For a few days last week, New Albany Middle School was home to nine students visiting a U.S. school for the first time.
Through a partnership with the International Partnership of Education Research and Communication, the students were at the school for three days.
Principal Donna LeBeau said the students arrived Jan. 14 and left Jan. 16.
LeBeau said IPERC officials reached out to her because New Albany Middle School offers Mandarin Chinese classes.
The New Albany-Plain Local School District has taught Mandarin classes since the 2012-13 scholastic year, said district spokesman Patrick Gallaway.
The visit gave seventh-graders studying Mandarin an opportunity to use their skills with fluent speakers, LeBeau said.
It also gave students a chance to learn firsthand about middle schoolers in China, she said.
"It's an opportunity for our students to get a global perspective in a very, very real way," LeBeau said.
IPERC, founded in 2012, is a nonprofit organization established to encourage cross-cultural collaboration with students in grades K-12 in the U.S. and China, said Vicky Shillington, an IPERC vice president. The organization's main U.S. office is in Columbus, she said.
Schools can work with IPERC to participate in its shadow program, said Jing Han, the organization's president.
New Albany-Plain Local did not pay anything for the visit, Gallaway said.
Although nine middle school students visited New Albany, groups of as many as 30 students can participate in the shadow program at a time, Shillington said.
IPERC decided to work with New Albany Middle School because the school district has a strong Mandarin program and the city has economic connections to China, she said.
Students who participate in the shadow program often develop lifelong friendships, Shillington said. The experience helps build a better cultural understanding by breaking down cultural barriers and stereotypes, helping students become better global citizens, she said.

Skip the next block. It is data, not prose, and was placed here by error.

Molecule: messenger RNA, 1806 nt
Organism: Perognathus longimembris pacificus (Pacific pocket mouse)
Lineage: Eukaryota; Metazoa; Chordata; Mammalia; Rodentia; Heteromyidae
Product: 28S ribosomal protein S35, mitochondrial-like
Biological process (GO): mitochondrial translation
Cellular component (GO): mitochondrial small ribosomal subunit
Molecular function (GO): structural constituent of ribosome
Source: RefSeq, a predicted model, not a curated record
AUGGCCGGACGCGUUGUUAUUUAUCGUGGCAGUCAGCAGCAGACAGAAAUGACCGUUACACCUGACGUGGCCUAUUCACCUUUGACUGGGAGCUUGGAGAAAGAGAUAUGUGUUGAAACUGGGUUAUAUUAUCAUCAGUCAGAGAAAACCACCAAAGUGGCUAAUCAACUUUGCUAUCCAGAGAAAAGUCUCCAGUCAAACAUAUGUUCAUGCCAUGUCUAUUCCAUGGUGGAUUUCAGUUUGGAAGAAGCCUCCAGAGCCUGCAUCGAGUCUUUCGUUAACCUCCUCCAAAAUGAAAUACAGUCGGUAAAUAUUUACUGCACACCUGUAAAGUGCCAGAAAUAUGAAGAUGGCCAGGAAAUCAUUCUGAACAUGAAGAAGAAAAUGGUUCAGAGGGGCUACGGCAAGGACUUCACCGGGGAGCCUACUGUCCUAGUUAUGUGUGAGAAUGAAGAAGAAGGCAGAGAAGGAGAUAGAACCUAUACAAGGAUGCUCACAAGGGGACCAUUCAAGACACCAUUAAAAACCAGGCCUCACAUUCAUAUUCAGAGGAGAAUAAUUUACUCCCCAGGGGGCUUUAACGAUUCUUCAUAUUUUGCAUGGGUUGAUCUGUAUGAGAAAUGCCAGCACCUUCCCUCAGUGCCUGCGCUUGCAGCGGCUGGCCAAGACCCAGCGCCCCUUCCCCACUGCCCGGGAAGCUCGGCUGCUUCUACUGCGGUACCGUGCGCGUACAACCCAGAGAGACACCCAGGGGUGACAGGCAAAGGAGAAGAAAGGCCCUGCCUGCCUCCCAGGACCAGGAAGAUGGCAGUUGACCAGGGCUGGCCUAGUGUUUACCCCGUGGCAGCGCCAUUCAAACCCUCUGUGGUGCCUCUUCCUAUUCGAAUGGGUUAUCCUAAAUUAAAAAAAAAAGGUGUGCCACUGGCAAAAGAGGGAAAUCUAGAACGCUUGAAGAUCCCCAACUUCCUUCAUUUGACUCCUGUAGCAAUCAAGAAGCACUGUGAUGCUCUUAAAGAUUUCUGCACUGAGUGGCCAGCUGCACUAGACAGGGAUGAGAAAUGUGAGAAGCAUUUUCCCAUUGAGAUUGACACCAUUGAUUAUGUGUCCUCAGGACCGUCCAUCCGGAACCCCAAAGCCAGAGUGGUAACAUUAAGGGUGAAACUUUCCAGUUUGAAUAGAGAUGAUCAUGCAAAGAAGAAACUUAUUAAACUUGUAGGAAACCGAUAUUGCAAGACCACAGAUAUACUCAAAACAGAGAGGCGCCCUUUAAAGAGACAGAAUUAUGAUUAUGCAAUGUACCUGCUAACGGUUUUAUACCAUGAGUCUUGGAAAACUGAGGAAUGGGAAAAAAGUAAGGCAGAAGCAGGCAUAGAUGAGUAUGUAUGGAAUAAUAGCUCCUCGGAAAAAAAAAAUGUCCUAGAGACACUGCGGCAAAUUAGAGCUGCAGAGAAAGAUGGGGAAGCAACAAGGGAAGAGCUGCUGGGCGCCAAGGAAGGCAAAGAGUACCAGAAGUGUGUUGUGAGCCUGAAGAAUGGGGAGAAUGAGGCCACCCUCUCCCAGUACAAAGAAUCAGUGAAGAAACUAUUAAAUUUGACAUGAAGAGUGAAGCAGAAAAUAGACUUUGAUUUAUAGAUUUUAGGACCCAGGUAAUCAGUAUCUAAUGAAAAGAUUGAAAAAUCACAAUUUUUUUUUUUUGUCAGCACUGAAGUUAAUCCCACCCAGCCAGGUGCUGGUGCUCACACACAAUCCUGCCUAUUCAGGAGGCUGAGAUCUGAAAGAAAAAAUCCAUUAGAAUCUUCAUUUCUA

The nine students visiting from Shanghai flew into Los Angeles on Jan. 10, Shillington said.
After three days in New Albany, tours of Ohio State University and the Ohio Statehouse were planned Jan. 17, Shillington said. From there, the students were to visit Washington, D.C., on Jan. 18, Philadelphia on Jan. 20, New York City on Jan. 21 and then fly home Jan. 22, she said.
While the students were in New Albany, they stayed with host families in New Albany and Columbus, Shillington said.
Students were paired during their time in New Albany.
Brian Niederpruem, a 12-year-old seventh-grader, was buddied up with 11-year-old sixth-grader Danny Yuxuan.
Brian said he enjoyed showing Danny things in class, such as hands-on work during science experiments and how to use a graphing calculator -- a device Danny hadn't used in school before.
At recess, many students ended up watching Danny and his friend play basketball, Brian said.
"That was really cool," he said.
Danny, who lives in Shanghai, said he has played basketball for six years.
He said he enjoyed eating hamburgers and pizza at school during lunch.
Kennison Zeppernick, a 12-year-old seventh-grader, said buddying up with 11-year-old sixth-grader Seven Chen was fun because she was able to learn about Seven's interests and she enjoys talking to people from other places.
Now, Kennison said, she wants to learn Mandarin.
Speaking Mandarin was something 13-year-old seventh-grader Xiaowen Zhu has grown up doing. Zhu was paired with 11-year-old sixth-grader Donghe Hu during his visit.
Xiaowen said she liked speaking Mandarin to someone outside her family.
Although middle school can be a tough time for some, LeBeau said, she is grateful to work with her New Albany students.
When she sees them demonstrate kindness, joy and a welcoming attitude, "it makes my heart go pitter-patter," she said.
Parents in the community are raising "amazing" kids, LeBeau said.
"We are so lucky to get to be a part of that," she said.